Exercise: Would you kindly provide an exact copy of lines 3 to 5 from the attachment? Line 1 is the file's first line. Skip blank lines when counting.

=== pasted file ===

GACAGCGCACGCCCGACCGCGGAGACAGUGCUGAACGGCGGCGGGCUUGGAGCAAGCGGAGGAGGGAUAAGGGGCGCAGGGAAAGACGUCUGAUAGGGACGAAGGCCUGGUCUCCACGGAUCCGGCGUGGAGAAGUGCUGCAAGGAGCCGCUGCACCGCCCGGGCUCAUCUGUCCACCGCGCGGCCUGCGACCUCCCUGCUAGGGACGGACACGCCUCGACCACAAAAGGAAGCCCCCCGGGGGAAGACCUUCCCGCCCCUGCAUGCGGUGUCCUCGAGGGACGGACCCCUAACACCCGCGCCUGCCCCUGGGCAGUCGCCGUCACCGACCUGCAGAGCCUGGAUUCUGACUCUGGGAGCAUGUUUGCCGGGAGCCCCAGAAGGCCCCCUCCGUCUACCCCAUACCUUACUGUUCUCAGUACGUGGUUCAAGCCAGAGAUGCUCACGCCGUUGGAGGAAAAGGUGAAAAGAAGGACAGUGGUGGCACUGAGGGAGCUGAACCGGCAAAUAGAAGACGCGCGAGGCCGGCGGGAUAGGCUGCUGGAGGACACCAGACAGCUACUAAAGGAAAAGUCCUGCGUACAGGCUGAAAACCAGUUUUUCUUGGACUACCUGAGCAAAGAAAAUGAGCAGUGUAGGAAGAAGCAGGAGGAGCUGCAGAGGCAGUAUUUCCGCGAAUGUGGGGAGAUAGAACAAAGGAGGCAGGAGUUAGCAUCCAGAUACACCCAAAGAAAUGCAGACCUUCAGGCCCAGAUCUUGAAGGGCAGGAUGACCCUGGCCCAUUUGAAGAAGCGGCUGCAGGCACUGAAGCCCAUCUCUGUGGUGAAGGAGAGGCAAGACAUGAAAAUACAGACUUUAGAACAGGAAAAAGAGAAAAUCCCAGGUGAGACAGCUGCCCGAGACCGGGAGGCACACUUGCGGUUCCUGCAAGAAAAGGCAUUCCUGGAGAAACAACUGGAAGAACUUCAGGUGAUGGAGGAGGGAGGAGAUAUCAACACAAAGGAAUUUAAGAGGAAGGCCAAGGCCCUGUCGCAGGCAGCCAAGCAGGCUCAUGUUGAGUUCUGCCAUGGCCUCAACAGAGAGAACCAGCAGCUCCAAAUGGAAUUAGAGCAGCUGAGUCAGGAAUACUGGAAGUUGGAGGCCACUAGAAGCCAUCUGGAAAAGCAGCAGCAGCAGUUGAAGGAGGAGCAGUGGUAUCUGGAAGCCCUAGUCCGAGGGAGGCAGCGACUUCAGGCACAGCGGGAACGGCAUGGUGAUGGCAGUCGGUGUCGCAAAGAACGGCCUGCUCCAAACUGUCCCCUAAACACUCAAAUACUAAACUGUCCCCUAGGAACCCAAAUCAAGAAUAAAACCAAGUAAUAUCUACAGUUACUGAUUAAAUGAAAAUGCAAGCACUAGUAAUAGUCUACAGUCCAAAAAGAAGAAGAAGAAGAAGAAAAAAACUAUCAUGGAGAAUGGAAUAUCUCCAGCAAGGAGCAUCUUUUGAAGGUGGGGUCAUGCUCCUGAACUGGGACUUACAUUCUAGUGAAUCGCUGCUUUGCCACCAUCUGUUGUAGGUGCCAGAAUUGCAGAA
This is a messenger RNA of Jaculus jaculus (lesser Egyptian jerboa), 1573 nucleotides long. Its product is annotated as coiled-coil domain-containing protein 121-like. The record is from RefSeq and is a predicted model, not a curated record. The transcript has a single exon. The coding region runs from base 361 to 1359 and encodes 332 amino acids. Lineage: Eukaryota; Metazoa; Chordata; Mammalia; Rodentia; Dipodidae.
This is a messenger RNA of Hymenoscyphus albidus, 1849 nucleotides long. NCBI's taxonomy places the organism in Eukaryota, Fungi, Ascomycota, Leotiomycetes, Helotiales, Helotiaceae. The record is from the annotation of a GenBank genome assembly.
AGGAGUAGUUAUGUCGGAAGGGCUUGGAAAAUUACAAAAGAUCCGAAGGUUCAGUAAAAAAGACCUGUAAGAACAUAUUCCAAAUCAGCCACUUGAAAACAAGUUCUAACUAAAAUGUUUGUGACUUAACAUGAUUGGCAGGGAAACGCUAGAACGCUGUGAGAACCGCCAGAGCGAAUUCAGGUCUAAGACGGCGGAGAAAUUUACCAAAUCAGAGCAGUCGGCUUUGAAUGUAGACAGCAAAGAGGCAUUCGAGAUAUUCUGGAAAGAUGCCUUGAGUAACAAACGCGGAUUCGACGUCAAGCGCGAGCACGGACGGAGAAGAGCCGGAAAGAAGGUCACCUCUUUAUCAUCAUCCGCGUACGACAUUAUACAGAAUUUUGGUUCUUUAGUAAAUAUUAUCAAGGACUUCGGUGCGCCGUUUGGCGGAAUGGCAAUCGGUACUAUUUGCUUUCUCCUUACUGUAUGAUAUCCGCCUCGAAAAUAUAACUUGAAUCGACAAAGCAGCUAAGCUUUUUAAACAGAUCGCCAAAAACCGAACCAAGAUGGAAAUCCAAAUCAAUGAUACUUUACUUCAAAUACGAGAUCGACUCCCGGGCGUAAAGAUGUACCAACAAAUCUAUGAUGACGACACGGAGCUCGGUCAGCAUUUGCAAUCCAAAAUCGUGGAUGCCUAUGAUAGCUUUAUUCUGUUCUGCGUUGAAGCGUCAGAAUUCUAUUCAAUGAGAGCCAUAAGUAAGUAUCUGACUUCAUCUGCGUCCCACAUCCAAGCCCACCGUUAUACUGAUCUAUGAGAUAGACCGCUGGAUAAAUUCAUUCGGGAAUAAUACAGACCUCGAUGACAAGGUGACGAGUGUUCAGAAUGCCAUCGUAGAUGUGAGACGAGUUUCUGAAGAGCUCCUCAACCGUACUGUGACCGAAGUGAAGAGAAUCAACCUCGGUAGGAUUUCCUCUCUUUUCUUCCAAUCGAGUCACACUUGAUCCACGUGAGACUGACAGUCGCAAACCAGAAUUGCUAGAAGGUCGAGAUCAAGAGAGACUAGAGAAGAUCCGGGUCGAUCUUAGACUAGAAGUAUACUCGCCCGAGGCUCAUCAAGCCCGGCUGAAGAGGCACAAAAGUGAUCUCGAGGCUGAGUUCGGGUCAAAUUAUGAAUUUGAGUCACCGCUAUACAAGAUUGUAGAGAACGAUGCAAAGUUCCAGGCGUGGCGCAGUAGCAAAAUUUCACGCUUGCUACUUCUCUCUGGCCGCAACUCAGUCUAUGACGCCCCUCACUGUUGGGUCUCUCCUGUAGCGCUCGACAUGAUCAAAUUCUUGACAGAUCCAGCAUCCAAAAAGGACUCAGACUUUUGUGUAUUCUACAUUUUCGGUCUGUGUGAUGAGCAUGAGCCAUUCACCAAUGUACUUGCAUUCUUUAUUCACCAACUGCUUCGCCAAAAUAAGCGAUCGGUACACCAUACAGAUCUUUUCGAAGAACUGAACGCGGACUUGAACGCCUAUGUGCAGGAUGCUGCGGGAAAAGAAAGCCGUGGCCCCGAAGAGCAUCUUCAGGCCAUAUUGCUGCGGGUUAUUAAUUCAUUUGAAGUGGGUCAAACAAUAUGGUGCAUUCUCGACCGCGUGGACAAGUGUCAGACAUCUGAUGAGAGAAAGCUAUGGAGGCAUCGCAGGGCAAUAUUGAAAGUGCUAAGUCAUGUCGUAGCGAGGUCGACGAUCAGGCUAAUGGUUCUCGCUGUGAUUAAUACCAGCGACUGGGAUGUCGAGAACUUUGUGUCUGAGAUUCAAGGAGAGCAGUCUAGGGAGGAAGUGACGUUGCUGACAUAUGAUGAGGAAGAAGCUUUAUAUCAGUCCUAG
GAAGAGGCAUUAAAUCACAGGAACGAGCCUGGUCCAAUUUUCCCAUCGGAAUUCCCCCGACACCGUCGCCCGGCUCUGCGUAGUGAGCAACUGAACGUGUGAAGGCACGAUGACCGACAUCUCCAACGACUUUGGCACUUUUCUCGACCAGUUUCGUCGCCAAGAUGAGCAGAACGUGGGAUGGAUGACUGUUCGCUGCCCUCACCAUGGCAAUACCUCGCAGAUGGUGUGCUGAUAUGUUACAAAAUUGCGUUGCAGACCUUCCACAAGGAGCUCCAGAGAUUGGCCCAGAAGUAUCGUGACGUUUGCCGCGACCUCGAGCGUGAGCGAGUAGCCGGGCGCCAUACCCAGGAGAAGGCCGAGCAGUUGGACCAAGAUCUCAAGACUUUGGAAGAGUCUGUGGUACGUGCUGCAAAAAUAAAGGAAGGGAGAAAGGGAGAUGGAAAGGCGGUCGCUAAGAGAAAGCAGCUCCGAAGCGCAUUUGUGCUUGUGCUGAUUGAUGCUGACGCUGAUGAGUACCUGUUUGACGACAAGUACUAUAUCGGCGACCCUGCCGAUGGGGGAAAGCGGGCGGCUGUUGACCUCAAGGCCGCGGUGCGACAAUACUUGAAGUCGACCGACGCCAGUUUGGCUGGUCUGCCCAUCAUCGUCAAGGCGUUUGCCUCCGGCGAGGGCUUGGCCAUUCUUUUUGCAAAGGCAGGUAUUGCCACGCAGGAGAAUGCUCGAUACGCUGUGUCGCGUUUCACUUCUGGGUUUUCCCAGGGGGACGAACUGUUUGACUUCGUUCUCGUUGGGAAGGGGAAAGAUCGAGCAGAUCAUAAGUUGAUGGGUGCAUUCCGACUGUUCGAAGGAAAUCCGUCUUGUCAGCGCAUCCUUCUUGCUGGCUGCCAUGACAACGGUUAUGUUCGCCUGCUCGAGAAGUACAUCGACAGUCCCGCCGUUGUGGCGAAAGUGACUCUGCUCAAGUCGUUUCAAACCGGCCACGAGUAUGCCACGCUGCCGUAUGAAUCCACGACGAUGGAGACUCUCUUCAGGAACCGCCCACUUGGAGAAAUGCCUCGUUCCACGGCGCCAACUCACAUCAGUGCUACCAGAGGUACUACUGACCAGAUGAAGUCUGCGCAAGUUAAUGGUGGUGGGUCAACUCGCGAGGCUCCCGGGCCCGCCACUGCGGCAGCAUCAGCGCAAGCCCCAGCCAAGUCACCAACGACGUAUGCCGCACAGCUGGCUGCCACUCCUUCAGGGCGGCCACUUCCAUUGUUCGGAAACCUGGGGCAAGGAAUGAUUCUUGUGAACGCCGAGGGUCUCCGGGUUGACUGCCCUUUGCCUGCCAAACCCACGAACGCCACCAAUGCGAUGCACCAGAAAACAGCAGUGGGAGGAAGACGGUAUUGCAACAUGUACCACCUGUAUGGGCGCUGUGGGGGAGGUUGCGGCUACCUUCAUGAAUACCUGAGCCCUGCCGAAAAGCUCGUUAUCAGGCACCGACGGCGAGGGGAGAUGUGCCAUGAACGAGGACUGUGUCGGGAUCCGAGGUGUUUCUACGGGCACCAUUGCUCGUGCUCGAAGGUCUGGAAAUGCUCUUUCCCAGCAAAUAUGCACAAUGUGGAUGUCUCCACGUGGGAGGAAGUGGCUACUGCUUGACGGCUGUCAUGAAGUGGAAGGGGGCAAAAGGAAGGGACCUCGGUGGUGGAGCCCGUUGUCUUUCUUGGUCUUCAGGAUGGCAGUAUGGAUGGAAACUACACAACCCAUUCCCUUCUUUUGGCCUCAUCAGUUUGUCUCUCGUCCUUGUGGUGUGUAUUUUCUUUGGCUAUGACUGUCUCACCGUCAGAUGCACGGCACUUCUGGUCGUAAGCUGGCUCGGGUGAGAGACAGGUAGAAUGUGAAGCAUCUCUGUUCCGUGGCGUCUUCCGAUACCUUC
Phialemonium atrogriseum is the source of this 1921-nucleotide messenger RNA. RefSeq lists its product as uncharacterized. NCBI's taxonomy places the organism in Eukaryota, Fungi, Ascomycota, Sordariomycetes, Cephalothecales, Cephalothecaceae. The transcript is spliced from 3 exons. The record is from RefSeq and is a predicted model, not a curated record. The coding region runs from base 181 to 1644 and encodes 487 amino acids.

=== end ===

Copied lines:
This is a messenger RNA of Hymenoscyphus albidus, 1849 nucleotides long. NCBI's taxonomy places the organism in Eukaryota, Fungi, Ascomycota, Leotiomycetes, Helotiales, Helotiaceae. The record is from the annotation of a GenBank genome assembly.
AGGAGUAGUUAUGUCGGAAGGGCUUGGAAAAUUACAAAAGAUCCGAAGGUUCAGUAAAAAAGACCUGUAAGAACAUAUUCCAAAUCAGCCACUUGAAAACAAGUUCUAACUAAAAUGUUUGUGACUUAACAUGAUUGGCAGGGAAACGCUAGAACGCUGUGAGAACCGCCAGAGCGAAUUCAGGUCUAAGACGGCGGAGAAAUUUACCAAAUCAGAGCAGUCGGCUUUGAAUGUAGACAGCAAAGAGGCAUUCGAGAUAUUCUGGAAAGAUGCCUUGAGUAACAAACGCGGAUUCGACGUCAAGCGCGAGCACGGACGGAGAAGAGCCGGAAAGAAGGUCACCUCUUUAUCAUCAUCCGCGUACGACAUUAUACAGAAUUUUGGUUCUUUAGUAAAUAUUAUCAAGGACUUCGGUGCGCCGUUUGGCGGAAUGGCAAUCGGUACUAUUUGCUUUCUCCUUACUGUAUGAUAUCCGCCUCGAAAAUAUAACUUGAAUCGACAAAGCAGCUAAGCUUUUUAAACAGAUCGCCAAAAACCGAACCAAGAUGGAAAUCCAAAUCAAUGAUACUUUACUUCAAAUACGAGAUCGACUCCCGGGCGUAAAGAUGUACCAACAAAUCUAUGAUGACGACACGGAGCUCGGUCAGCAUUUGCAAUCCAAAAUCGUGGAUGCCUAUGAUAGCUUUAUUCUGUUCUGCGUUGAAGCGUCAGAAUUCUAUUCAAUGAGAGCCAUAAGUAAGUAUCUGACUUCAUCUGCGUCCCACAUCCAAGCCCACCGUUAUACUGAUCUAUGAGAUAGACCGCUGGAUAAAUUCAUUCGGGAAUAAUACAGACCUCGAUGACAAGGUGACGAGUGUUCAGAAUGCCAUCGUAGAUGUGAGACGAGUUUCUGAAGAGCUCCUCAACCGUACUGUGACCGAAGUGAAGAGAAUCAACCUCGGUAGGAUUUCCUCUCUUUUCUUCCAAUCGAGUCACACUUGAUCCACGUGAGACUGACAGUCGCAAACCAGAAUUGCUAGAAGGUCGAGAUCAAGAGAGACUAGAGAAGAUCCGGGUCGAUCUUAGACUAGAAGUAUACUCGCCCGAGGCUCAUCAAGCCCGGCUGAAGAGGCACAAAAGUGAUCUCGAGGCUGAGUUCGGGUCAAAUUAUGAAUUUGAGUCACCGCUAUACAAGAUUGUAGAGAACGAUGCAAAGUUCCAGGCGUGGCGCAGUAGCAAAAUUUCACGCUUGCUACUUCUCUCUGGCCGCAACUCAGUCUAUGACGCCCCUCACUGUUGGGUCUCUCCUGUAGCGCUCGACAUGAUCAAAUUCUUGACAGAUCCAGCAUCCAAAAAGGACUCAGACUUUUGUGUAUUCUACAUUUUCGGUCUGUGUGAUGAGCAUGAGCCAUUCACCAAUGUACUUGCAUUCUUUAUUCACCAACUGCUUCGCCAAAAUAAGCGAUCGGUACACCAUACAGAUCUUUUCGAAGAACUGAACGCGGACUUGAACGCCUAUGUGCAGGAUGCUGCGGGAAAAGAAAGCCGUGGCCCCGAAGAGCAUCUUCAGGCCAUAUUGCUGCGGGUUAUUAAUUCAUUUGAAGUGGGUCAAACAAUAUGGUGCAUUCUCGACCGCGUGGACAAGUGUCAGACAUCUGAUGAGAGAAAGCUAUGGAGGCAUCGCAGGGCAAUAUUGAAAGUGCUAAGUCAUGUCGUAGCGAGGUCGACGAUCAGGCUAAUGGUUCUCGCUGUGAUUAAUACCAGCGACUGGGAUGUCGAGAACUUUGUGUCUGAGAUUCAAGGAGAGCAGUCUAGGGAGGAAGUGACGUUGCUGACAUAUGAUGAGGAAGAAGCUUUAUAUCAGUCCUAG
GAAGAGGCAUUAAAUCACAGGAACGAGCCUGGUCCAAUUUUCCCAUCGGAAUUCCCCCGACACCGUCGCCCGGCUCUGCGUAGUGAGCAACUGAACGUGUGAAGGCACGAUGACCGACAUCUCCAACGACUUUGGCACUUUUCUCGACCAGUUUCGUCGCCAAGAUGAGCAGAACGUGGGAUGGAUGACUGUUCGCUGCCCUCACCAUGGCAAUACCUCGCAGAUGGUGUGCUGAUAUGUUACAAAAUUGCGUUGCAGACCUUCCACAAGGAGCUCCAGAGAUUGGCCCAGAAGUAUCGUGACGUUUGCCGCGACCUCGAGCGUGAGCGAGUAGCCGGGCGCCAUACCCAGGAGAAGGCCGAGCAGUUGGACCAAGAUCUCAAGACUUUGGAAGAGUCUGUGGUACGUGCUGCAAAAAUAAAGGAAGGGAGAAAGGGAGAUGGAAAGGCGGUCGCUAAGAGAAAGCAGCUCCGAAGCGCAUUUGUGCUUGUGCUGAUUGAUGCUGACGCUGAUGAGUACCUGUUUGACGACAAGUACUAUAUCGGCGACCCUGCCGAUGGGGGAAAGCGGGCGGCUGUUGACCUCAAGGCCGCGGUGCGACAAUACUUGAAGUCGACCGACGCCAGUUUGGCUGGUCUGCCCAUCAUCGUCAAGGCGUUUGCCUCCGGCGAGGGCUUGGCCAUUCUUUUUGCAAAGGCAGGUAUUGCCACGCAGGAGAAUGCUCGAUACGCUGUGUCGCGUUUCACUUCUGGGUUUUCCCAGGGGGACGAACUGUUUGACUUCGUUCUCGUUGGGAAGGGGAAAGAUCGAGCAGAUCAUAAGUUGAUGGGUGCAUUCCGACUGUUCGAAGGAAAUCCGUCUUGUCAGCGCAUCCUUCUUGCUGGCUGCCAUGACAACGGUUAUGUUCGCCUGCUCGAGAAGUACAUCGACAGUCCCGCCGUUGUGGCGAAAGUGACUCUGCUCAAGUCGUUUCAAACCGGCCACGAGUAUGCCACGCUGCCGUAUGAAUCCACGACGAUGGAGACUCUCUUCAGGAACCGCCCACUUGGAGAAAUGCCUCGUUCCACGGCGCCAACUCACAUCAGUGCUACCAGAGGUACUACUGACCAGAUGAAGUCUGCGCAAGUUAAUGGUGGUGGGUCAACUCGCGAGGCUCCCGGGCCCGCCACUGCGGCAGCAUCAGCGCAAGCCCCAGCCAAGUCACCAACGACGUAUGCCGCACAGCUGGCUGCCACUCCUUCAGGGCGGCCACUUCCAUUGUUCGGAAACCUGGGGCAAGGAAUGAUUCUUGUGAACGCCGAGGGUCUCCGGGUUGACUGCCCUUUGCCUGCCAAACCCACGAACGCCACCAAUGCGAUGCACCAGAAAACAGCAGUGGGAGGAAGACGGUAUUGCAACAUGUACCACCUGUAUGGGCGCUGUGGGGGAGGUUGCGGCUACCUUCAUGAAUACCUGAGCCCUGCCGAAAAGCUCGUUAUCAGGCACCGACGGCGAGGGGAGAUGUGCCAUGAACGAGGACUGUGUCGGGAUCCGAGGUGUUUCUACGGGCACCAUUGCUCGUGCUCGAAGGUCUGGAAAUGCUCUUUCCCAGCAAAUAUGCACAAUGUGGAUGUCUCCACGUGGGAGGAAGUGGCUACUGCUUGACGGCUGUCAUGAAGUGGAAGGGGGCAAAAGGAAGGGACCUCGGUGGUGGAGCCCGUUGUCUUUCUUGGUCUUCAGGAUGGCAGUAUGGAUGGAAACUACACAACCCAUUCCCUUCUUUUGGCCUCAUCAGUUUGUCUCUCGUCCUUGUGGUGUGUAUUUUCUUUGGCUAUGACUGUCUCACCGUCAGAUGCACGGCACUUCUGGUCGUAAGCUGGCUCGGGUGAGAGACAGGUAGAAUGUGAAGCAUCUCUGUUCCGUGGCGUCUUCCGAUACCUUC